Media matters

The Wire’s final season
By DAVID BIANCULLI  |  December 31, 2007


VIDEO: The trailer for the fifth season of The Wire

Every season, writer/producer David Simon’s HBO drama series The Wire rips the roof off a different element of Baltimore’s complex infrastructure — from the streets and the docks to City Hall and schools — and exposes the characters, rules, and anarchy feeding and starving the city from within. For the show’s fifth and final season, beginning Sunday (January 6) at 9 pm, The Wire takes aim at another rich target — the media.

Actually, it’s one medium: newspapers, as represented by the Baltimore Sun. The newspaper brings fresh eyes, and fresh characters, to continuing story lines, from the still-unsolved murders of drug-world players whose bodies have been found in abandoned buildings, and the feud between drug lords Omar Little and Marlo Stanfield, to Mayor Carcetti’s attempts to live up to his many campaign promises.

And if the medium is indeed the message, the message The Wire delivers, based on the first seven riveting hours of this new season, is this: no matter which side of the law you’re on, or whether you’re a newsmaker or a news-gatherer, you’re wading in a very strong, unpredictable, and treacherous current.

The best addition this season is Clark Johnson, the Homicide: Life on the Street veteran actor who directed the original pilot of The Wire (and is slated to direct this year’s 10th and final episode). Here he plays city editor Gus Haynes, a solid worker who’s frustrated on all sides — by corporate cutbacks from Chicago, layoffs and buyouts that decimate his newsroom, young reporters so hungry for bylines that they stretch the truth, and new management more interested in bottom-line profits than nuanced stories.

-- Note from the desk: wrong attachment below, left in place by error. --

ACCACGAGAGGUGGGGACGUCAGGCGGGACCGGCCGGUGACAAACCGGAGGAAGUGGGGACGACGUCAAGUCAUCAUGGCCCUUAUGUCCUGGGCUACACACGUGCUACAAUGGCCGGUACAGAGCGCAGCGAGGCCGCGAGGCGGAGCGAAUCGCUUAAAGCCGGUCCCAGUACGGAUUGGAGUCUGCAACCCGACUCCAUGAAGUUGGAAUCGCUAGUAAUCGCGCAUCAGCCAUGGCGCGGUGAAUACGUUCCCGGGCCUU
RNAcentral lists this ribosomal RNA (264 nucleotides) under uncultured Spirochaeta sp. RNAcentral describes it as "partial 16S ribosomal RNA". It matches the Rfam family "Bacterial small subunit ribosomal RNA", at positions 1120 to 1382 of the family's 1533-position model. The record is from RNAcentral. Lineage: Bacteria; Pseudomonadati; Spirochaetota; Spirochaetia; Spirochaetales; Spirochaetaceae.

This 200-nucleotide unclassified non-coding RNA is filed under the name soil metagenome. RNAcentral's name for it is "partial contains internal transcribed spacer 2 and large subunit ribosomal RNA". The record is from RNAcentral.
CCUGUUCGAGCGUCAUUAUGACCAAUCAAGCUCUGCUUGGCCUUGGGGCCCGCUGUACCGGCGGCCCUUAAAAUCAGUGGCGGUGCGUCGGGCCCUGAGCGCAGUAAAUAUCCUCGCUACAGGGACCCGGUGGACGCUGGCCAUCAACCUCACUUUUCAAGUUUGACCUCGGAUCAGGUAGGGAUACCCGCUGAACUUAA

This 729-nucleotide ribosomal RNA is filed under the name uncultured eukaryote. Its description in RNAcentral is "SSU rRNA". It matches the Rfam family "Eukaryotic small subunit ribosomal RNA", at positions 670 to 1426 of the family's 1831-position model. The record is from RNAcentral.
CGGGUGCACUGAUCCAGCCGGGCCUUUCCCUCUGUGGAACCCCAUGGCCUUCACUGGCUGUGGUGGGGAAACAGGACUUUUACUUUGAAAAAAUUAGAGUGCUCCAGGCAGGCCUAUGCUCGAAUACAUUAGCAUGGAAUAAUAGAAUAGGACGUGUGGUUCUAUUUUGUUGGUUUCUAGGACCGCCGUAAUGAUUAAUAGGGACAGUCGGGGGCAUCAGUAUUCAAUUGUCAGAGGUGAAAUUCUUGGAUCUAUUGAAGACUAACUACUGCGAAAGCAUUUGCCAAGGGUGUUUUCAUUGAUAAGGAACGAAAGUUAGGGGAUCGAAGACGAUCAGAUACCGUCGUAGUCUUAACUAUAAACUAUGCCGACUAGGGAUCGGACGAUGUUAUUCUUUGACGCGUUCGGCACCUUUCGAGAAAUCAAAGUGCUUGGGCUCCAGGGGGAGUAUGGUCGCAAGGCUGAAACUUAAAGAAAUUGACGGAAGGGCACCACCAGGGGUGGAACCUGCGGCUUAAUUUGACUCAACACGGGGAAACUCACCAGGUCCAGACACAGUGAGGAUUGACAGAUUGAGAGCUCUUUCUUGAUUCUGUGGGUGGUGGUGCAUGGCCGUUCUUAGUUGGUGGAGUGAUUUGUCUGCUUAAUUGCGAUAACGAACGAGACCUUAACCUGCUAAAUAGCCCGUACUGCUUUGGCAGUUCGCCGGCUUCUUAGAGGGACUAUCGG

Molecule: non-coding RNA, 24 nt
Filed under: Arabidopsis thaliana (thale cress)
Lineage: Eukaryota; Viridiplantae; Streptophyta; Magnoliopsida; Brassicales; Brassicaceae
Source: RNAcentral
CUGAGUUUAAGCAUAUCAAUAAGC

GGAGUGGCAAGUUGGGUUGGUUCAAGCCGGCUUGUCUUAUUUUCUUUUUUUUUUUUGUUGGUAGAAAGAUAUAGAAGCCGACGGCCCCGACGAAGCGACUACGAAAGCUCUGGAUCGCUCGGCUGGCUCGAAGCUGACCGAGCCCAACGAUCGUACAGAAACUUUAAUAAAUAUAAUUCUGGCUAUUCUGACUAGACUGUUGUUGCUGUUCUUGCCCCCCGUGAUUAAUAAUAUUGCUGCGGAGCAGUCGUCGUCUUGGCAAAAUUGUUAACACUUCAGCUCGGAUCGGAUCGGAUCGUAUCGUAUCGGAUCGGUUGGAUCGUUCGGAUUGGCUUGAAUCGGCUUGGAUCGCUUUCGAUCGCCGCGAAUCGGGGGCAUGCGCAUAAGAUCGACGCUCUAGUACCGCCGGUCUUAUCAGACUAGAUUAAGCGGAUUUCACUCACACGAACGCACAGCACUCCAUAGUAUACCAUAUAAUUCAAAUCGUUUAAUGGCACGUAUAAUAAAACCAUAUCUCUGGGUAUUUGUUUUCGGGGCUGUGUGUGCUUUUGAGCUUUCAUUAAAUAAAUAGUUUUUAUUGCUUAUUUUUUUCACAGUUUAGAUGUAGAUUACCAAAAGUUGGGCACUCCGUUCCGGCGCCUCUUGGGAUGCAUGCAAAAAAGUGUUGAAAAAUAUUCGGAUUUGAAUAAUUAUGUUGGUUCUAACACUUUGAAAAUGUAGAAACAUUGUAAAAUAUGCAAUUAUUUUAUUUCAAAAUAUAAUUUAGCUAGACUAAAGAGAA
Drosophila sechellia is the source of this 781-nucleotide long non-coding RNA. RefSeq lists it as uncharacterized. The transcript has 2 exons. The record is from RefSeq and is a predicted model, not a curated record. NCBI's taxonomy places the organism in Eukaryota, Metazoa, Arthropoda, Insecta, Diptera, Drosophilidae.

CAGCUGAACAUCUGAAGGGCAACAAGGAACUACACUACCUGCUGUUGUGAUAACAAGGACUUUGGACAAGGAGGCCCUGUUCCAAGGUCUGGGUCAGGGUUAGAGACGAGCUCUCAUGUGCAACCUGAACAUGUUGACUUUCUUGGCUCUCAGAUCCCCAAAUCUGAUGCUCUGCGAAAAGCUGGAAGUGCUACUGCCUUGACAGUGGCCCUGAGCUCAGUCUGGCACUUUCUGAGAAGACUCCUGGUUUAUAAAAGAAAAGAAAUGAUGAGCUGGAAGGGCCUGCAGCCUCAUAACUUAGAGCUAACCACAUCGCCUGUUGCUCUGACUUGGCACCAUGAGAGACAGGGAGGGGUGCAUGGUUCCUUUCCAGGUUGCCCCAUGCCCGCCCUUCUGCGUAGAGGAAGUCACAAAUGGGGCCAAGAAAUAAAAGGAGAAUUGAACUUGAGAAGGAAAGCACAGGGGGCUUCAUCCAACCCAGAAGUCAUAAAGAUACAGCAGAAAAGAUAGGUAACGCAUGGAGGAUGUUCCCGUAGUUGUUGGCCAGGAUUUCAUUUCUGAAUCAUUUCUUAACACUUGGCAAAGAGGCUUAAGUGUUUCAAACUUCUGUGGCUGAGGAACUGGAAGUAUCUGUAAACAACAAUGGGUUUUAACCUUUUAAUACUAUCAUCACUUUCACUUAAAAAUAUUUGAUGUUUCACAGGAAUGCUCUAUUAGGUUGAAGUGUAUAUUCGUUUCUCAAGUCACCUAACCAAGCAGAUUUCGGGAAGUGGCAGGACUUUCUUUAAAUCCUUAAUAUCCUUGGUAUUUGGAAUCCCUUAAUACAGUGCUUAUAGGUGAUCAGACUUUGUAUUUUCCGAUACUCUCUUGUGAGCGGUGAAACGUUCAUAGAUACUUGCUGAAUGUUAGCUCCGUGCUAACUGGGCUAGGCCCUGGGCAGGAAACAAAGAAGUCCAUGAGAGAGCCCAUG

“I don’t want some amorphous series detailing society’s ills,” one senior editor scolds Haynes, swatting down an ambitious idea at a staff meeting. “If you leave everything in, soon you’ve got nothing.”

The joke, of course, is that The Wire is itself, clearly and proudly, an amorphous series detailing society’s ills — one that leaves everything in. And when this year’s setbacks send even longtime detectives Jimmy McNulty (Dominic West) and Lester Freamon (Clarke Peters) to commit acts of desperation in the pursuit of evildoers, the series builds to a tangled web in which all the story lines — the murders, the mayor, the newsroom, and the wiretaps that give the show its title — come together, brilliantly.

These aren’t mere plot threads. They’re so strong and interwoven, they’re more like cables. Simon and the show’s other writers (an impressive list that includes Ed Burns, David Mills, Dennis Lehane, George Pelecanos, and Richard Price) have clearly enjoyed themselves with the knowledge that this is the final season. Even sacred cows can be slaughtered in the last 10 episodes: anything can happen, and many shocking things do.

If you’ve been a Wire fan since the beginning in 2002, you’ll be stunned from the start, just to learn what has happened to some of the characters in the year or so (in their world as well as ours) since we’ve seen them. Some former addicts are straight, while some former teetotalers aren’t. Marlo’s cold-blooded killers, including Felicia “Snoop” Pearson as a particularly ruthless hit woman, are still at large. The mayor tries to avoid being eaten alive by the barracudas surrounding him — and so, on the illegal side of the fence, does drug lord Proposition Joe.

Simon, a former police reporter for the Sun, knows this stuff cold, and it shows. This season of The Wire presents the best, most true-to-life depiction of newsroom journalism and politics since the movie version of All the President’s Men. And though I can’t wait to see the conclusion of this final season, The Wire once again is off to a thrilling start.

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  Topics: Television , Politics, Entertainment, Media,  More more >
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